Anticipating and serving the content needs of customers requires mastering three disciplines: 1) connecting the content strategy to the business mission, 2) making brand content central to the lives of the people it serves and 3) developing an integrated ecosystem that serves up the right content to the right people at the right time.

From purpose to post
The place to start is to identify the nexus between the business mission, the street-level concerns of customers and the social, technological and cultural changes influencing everyday conversation.

This is where it helps to think like a true publisher: knowing the stories that will resonate emotionally with an audience. Where content marketing programs go wrong is focusing exclusively on the block-and-tackle content: the stuff salespeople like to send out to prospects. But the more sustainable conversations with people start with just three questions: What do you care about most? What keeps you up at night? What do you value above all else?

The goal is to come across as more than just another vendor with out-of-the box solutions. The brand should be seen as a fellow traveller who sees the world through eyes of its customers. The content needs to feel like it was written for them and about them. It needs to inspire and motivate them. It needs to make their dreams seem attainable. Facts should be converted into ideas: proof points into stories.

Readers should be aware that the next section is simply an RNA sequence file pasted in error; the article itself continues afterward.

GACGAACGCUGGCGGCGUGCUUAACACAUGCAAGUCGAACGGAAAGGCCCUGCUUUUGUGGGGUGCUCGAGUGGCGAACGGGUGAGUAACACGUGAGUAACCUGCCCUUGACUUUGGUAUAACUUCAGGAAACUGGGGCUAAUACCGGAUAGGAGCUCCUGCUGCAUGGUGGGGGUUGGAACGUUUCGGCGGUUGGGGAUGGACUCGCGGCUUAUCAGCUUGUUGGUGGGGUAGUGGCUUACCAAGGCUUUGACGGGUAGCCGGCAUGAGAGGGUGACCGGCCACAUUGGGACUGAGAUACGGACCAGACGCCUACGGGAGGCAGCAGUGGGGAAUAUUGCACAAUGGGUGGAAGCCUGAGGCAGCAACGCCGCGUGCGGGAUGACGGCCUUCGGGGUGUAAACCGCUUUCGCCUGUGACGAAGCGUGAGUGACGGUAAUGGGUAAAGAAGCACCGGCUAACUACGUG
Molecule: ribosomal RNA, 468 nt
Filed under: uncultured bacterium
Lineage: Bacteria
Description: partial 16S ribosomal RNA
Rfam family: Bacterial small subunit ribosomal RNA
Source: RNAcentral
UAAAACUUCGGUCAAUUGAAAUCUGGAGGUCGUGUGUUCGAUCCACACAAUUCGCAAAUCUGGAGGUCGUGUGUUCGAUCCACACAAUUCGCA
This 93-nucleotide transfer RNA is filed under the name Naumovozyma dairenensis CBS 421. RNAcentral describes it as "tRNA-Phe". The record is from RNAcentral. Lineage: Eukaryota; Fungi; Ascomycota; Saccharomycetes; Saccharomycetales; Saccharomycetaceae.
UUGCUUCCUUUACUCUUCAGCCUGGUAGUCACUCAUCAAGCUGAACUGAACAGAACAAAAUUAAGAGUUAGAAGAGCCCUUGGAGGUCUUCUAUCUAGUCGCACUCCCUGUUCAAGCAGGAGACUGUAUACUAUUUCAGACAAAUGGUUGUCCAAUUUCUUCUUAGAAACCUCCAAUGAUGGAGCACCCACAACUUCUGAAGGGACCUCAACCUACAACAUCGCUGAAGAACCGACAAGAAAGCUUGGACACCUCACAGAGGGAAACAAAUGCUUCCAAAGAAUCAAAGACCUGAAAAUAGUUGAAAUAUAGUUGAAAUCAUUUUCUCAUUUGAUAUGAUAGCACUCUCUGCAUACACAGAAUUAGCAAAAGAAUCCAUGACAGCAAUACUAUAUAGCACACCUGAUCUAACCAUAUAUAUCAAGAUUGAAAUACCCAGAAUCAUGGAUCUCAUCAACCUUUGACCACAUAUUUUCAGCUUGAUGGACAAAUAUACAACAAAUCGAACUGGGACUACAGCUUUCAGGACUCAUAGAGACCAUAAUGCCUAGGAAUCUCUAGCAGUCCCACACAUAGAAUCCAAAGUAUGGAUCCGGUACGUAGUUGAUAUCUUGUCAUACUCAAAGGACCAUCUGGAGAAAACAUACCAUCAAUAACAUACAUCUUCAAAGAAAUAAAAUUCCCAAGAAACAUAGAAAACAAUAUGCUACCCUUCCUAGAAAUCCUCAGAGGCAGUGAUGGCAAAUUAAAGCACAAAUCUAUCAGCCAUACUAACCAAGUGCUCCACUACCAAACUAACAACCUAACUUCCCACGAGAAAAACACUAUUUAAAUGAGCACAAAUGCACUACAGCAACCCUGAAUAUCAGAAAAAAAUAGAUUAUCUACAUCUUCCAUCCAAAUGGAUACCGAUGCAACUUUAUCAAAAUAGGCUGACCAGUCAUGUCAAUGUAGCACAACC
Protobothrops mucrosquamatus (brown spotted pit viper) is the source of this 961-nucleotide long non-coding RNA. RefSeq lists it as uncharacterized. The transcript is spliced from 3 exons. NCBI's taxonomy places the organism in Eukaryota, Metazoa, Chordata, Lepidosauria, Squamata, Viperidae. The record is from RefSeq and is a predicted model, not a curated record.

Identifying a thematic platform
But none of that is possible without first agreeing on why the brand exists: making it clear that it stands for something more than the sum value of products and services. By declaring its purpose —its “North Star”—the brand is positioned to lead the conversation with customers.

Take Nike, for instance. Its willingness to take a bold stand—exemplified by its award-winning Kaepernick campaign—is clearly paying dividends. Nike shares are at an all-time high. The Nike brand is all about inspiring people to realize their full athletic potential, a purpose statement that makes it easy to connect with young, hip, progressive urbanites who make up its core audience. “It doesn’t matter how many people hate your brand as long as enough people love it,” says Nike co-founder Phil Knight.

Nike is not alone. Other popular lifestyle brands have also proven that becoming a leadership voice on behalf of a shared cause, movement or passion leads to a devoted fanbase. Look no further than the energy drink Red Bull—or the outdoor clothier Patagonia—or the recreational retailer MEC. All brands with believable credos and a heartfelt commitment to the communities they serve.